Sunday, April 18, 2010

The Truth...Plane and Simple...

The mayor named Fiorello was a stand up guy.

The once upon a time New York City mayor once found himself disagreeing with a judge, only to be reminded that he, himself, had appointed that judge to the bench.

"When I make a mistake," he imortally opined, "it's a beaut."

That historic utterance popped into my head as I was reading about the problems fliers are having because of the volcanic eruption and the ash that is shutting down air travel all over Europe.

Because when it comes to mistakes, I've long thought that America made a pretty big one a long time ago.

Well, two if we count thinking Ellen would make a good judge on Idol.

America should never have given up on trains in favor of air travel.

At one time in our history, long before the terms "overhead compartment" "upright and locked position" and "we're number sixty three in line for takeoff" became a part of our everyday vocabulary, we moved from city to city, state to state, cross country via the rails.

And for over a hundred years, the railroads got us where we needed to go, when we needed to go, pretty much when we needed to get there.

The story is actually fascinating. Check it out here.

As is our technologically hungry wont, though, air travel pretty much put the kaibosh on the choo choo and by the 1960's, train travel went the way of the eight track tape player.

Here's a thing, though.

For all of the flash and fancy of winging it back and forth across the land of the free, there was really only one advantage flying had over training.

It saved time.

Simply put, a plane traveling at 500-600 mph is faster than a train traveling at 60-70mph.

So, in theory, you get there, wherever there might be, sooner.

Much like your household budget, though, the numbers on paper are misleading.

A little compare and contrast:

By show up at the station, check your baggage and board the train.

By show up at the airport, check your baggage, bitch under your breath about being charged extra for your luggage, say goodbye to your luggage and grimace as you realize that you wore the socks with the hole in the toe and you're going to have to take off your shoes before they let you anywhere near the jetway.

By take a seat next to, near a, or within easy eye shot of a pretty nice sized window.

By plane...after faking patience at the lady who will, by God, cram that overstuffed backpack in that overhead compartment come hell or high water, you wiggle and squirm your way into one of three seats that will either a) put you next to the porthole sized window, but guarantee that getting out to take a leak will involve some ability at contorting your body, b) put you in the middle between two people who will either put their elbows on your armrest and/or spend the entire trip trying to shove that overstuffed backpack that just wouldnt go in the overhead compartment in the half as much space under the seat in front of him/her or c) put you on aisle where you will be required, for the duration of the trip, to be ever vigiliant lest you get whacked in the shoulder or back of the head by people and/or flight attendants weaving and bouncing up and down the aisle possesing no discernbile depth perception.

By settle back as the train pulls out of the station, gathers speed and begins to move steadily and rhythmically across the landscape of amber waves of grain...( dont give your luggage a second thought as you instinctively know that it's riding comfortably just a couple of cars behind you)

By unbuckle and get up to allow the last minute check in to climb over you to their window seat, sit back down, rebuckle, settle back and wait for the little dinging bell that indicates you and your fellow travelers are about to take your place in the line of sixty odd aircraft taxing their way toward an eventual departure...(ps: you say a quick multi-level prayer that you will a) get off the ground before your kids have kids, b)fly and arrive safely and c) your luggage will also have a safe trip and, ideally, end up where you do)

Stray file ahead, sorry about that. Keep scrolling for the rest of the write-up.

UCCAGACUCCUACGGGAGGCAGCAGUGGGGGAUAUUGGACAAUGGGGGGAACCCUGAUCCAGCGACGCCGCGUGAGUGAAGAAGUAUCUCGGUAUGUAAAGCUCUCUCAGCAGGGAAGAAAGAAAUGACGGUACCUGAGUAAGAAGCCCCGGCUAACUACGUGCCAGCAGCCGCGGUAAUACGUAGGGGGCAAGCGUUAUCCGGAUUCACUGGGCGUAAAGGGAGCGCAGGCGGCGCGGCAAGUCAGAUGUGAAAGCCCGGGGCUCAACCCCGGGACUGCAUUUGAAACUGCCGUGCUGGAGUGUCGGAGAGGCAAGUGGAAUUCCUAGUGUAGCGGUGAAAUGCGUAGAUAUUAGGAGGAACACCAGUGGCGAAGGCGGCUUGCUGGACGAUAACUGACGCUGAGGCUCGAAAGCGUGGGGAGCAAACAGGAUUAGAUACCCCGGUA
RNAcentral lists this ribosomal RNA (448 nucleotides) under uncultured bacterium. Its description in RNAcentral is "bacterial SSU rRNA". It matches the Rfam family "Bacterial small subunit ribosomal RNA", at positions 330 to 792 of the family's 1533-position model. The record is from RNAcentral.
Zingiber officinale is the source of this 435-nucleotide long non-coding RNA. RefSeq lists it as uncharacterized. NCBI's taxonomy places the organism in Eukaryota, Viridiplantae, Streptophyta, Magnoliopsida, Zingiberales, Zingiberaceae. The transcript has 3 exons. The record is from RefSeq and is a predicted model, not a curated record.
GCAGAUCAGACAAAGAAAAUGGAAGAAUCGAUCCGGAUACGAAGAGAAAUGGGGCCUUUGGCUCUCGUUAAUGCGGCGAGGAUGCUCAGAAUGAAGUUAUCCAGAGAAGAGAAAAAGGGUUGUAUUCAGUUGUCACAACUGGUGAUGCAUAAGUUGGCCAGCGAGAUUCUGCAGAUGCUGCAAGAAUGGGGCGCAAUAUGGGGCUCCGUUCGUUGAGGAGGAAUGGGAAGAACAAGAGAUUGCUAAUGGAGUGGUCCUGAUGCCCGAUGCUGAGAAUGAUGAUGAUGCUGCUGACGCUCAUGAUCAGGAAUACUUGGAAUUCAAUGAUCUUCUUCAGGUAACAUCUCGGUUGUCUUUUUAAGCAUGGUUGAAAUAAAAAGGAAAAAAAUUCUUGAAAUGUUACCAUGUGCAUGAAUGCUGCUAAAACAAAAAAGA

By train...when mealtime arrives, you walk to the dining car, sit down, order up and eat a nice meal...

By realize that you have learned to accept, without question, that a balanced meal can actually consist of mixed nuts and/or pretzels washed down with a plastic specimen cup sized 7-Up.

By marvel at the wonder of the landscape that is the United States of America.

By plane... you marvel at the wonder of God's creation as you view the cottony blanket of clouds below you...but only if you have the seat next to the porthole sized window and can avoid being totally distracted by either a) that annoying arm on your armrest and/or b)your efforts to put a full bladder out of your mind lest you have to climb over two fellow travelers in search of relief.

By train...the train pulls into the station, you disembark, pick up your luggage and continue with your life...

By plane...the plane touches down, you unbuckle and start calculating how many minutes/hours it will be before the aisle is sufficiently clear of people trying to remove overstuffed backpacks from the overhead compartment to allow you to stand up, let alone head toward the cordial "buh-bye" and the sweet release of the jetway entrance...and the process of traversing to the baggage claim area, all the while hoping and praying that there will, in fact, be familiar baggage to claim at some point...

And by the time you factor in the waiting, delays, etc, inherant in air travel, the single advantage, saving time, is largely illusory.

In hindsight, I think a pretty compelling case could be made that, all factors considered, letting our rail system fade away was a mistake.

I'd also offer it's the kind of mistake that Mayor Fiorello would agree was a beaut.

Not to mention ironic with a capital I.

Given that the man whose wry observation was Mayor Fiorello LaGuardia.

As in LaGuardia Airport.